If you are contemplating a move to the United States (U.S.), note that you should consider tax implications well ahead of your actual move date. Your tax liability in the U.S. is dependent on your citizenship or residency status in the U.S.:
- U.S. citizens and resident aliens are taxed on their worldwide income
- Non-resident aliens are only taxed on their U.S. source income
This may present opportunities to structure your financial affairs before being subject to the full U.S. tax system.
Summary and Takeaways
If you are preparing to move from Canada to the U.S., factor in the tax implications of that move – and do so as soon as possible. That may offer you opportunities to minimize your tax liability. How you are taxed will be determined by your status as a citizen, a resident alien, or a non-resident alien. Understanding the green card and Substantial Presence Tests, which are carefully explained in this article, is likely the first step in the planning and strategizing process.
- Canadians born in the U.S. or to U.S. parents may be deemed American citizens.
- Each state in the U.S. may also have its own taxes and unique and different residency tests.
- It’s also possible to be a U.S. state tax resident, but not a U.S. federal tax resident.
- Or you can be a U.S. federal tax resident but not a resident of any U.S. state.
- U.S. estate and gift tax applies its own definition of residency.
- An income tax treaty can also override U.S. tax residency.
- U.S. taxes and residency definitions are very complicated, and consulting an expert cross-border tax planner is strongly advised.
How U.S. Tax Residency is Determined
From the standpoint of the U.S., you are either a U.S. citizen or an alien. If you are not a U.S. citizen, you are considered a resident alien or a non-resident alien. Aliens may be considered resident aliens under the following conditions:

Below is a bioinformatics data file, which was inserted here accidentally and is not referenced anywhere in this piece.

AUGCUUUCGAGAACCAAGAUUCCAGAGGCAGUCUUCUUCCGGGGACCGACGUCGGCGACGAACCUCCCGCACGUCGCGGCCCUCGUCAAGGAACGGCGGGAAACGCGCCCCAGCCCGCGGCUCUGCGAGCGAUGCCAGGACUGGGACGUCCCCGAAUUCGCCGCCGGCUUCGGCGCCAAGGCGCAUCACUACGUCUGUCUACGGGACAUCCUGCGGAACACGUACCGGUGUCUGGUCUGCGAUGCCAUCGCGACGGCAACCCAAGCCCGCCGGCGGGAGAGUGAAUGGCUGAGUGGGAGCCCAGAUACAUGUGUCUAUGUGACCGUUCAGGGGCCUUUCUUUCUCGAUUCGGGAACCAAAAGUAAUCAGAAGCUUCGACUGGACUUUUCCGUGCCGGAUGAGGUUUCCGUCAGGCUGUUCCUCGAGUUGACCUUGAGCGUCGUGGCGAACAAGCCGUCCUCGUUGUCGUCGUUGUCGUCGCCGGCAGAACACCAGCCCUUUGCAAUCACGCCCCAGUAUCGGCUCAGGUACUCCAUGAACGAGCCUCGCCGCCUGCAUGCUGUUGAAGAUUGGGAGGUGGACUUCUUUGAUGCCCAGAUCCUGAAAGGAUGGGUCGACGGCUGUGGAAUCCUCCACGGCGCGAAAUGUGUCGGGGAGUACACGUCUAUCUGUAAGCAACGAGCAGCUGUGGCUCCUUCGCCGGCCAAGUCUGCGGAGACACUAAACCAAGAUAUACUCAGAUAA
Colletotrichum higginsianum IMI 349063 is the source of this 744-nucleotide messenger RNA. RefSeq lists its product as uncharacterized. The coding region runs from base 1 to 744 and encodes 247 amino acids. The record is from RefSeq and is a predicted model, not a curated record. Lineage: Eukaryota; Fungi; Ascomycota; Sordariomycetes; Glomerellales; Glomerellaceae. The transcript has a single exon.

- Green Card Holder – lawful permanent resident
- Substantial presence test
- Elections to be treated as a U.S. tax resident
An income tax treaty can override U.S. tax residency.
Each of these categories of U.S. tax residents are discussed below in addition to general U.S. state tax residency rules and U.S. estate and gift tax residency rules.
If you are a U.S. citizen, you are taxed on your worldwide income, no matter where in the world you may reside, and no matter where your income may be derived. Generally, you are a citizen of the U.S. if you were born in the U.S. or born to a U.S. citizen parent who lived in the U.S. for a certain number of years after age 14. This can sometimes create issues for Canadians born in the U.S. or to U.S. parents; these people may be accidental Americans.
U.S. citizenship can be renounced, but this can create issues if you have a high net worth or income, or have later plans to work in / travel to the U.S.
Green Card Holders
The U.S. Citizenship and Immigration Services (USCIS) may issue a (lawful) permanent resident card (LPR) allowing you to reside and work permanently in the U.S. as an immigrant. You would then be referred to as a Green Card holder or LPR. The tax treatment of Green Card holders is like that of U.S. citizens: you’re taxed on worldwide income no matter where you may reside or earn that income. However, your Green Card may be revoked if you abandon the intention to reside permanently in the U.S.
A Green Card may also be surrendered/abandoned. In the case where a Green Card has expired but has not been formally revoked by USCIS (via the filing of an I-407 Record of Abandonment of Lawful Permanent Resident Status) or surrendered by the holder, you are still subject to U.S. worldwide taxation and reporting.
If you are a non-resident alien receiving a Green Card during the year, you should determine the start date of your U.S. tax residency (e.g., the day from which you become subject to worldwide reporting in the U.S.) If you do not meet the substantial presence test, your first day of tax residency in the U.S. is the day you are issued your Green Card. If you do meet the substantial presence test, you first day of tax residency in the U.S. is the earlier of:
- The first day of presence during the year under the substantial presence test, or
- The day you are issued your Green Card
Substantial Presence Test
The substantial presence test may deem a non-resident alien to be a resident alien based on the number of days they have resided in the U.S. To qualify under the substantial presence test, you must be present in the U.S. for a least: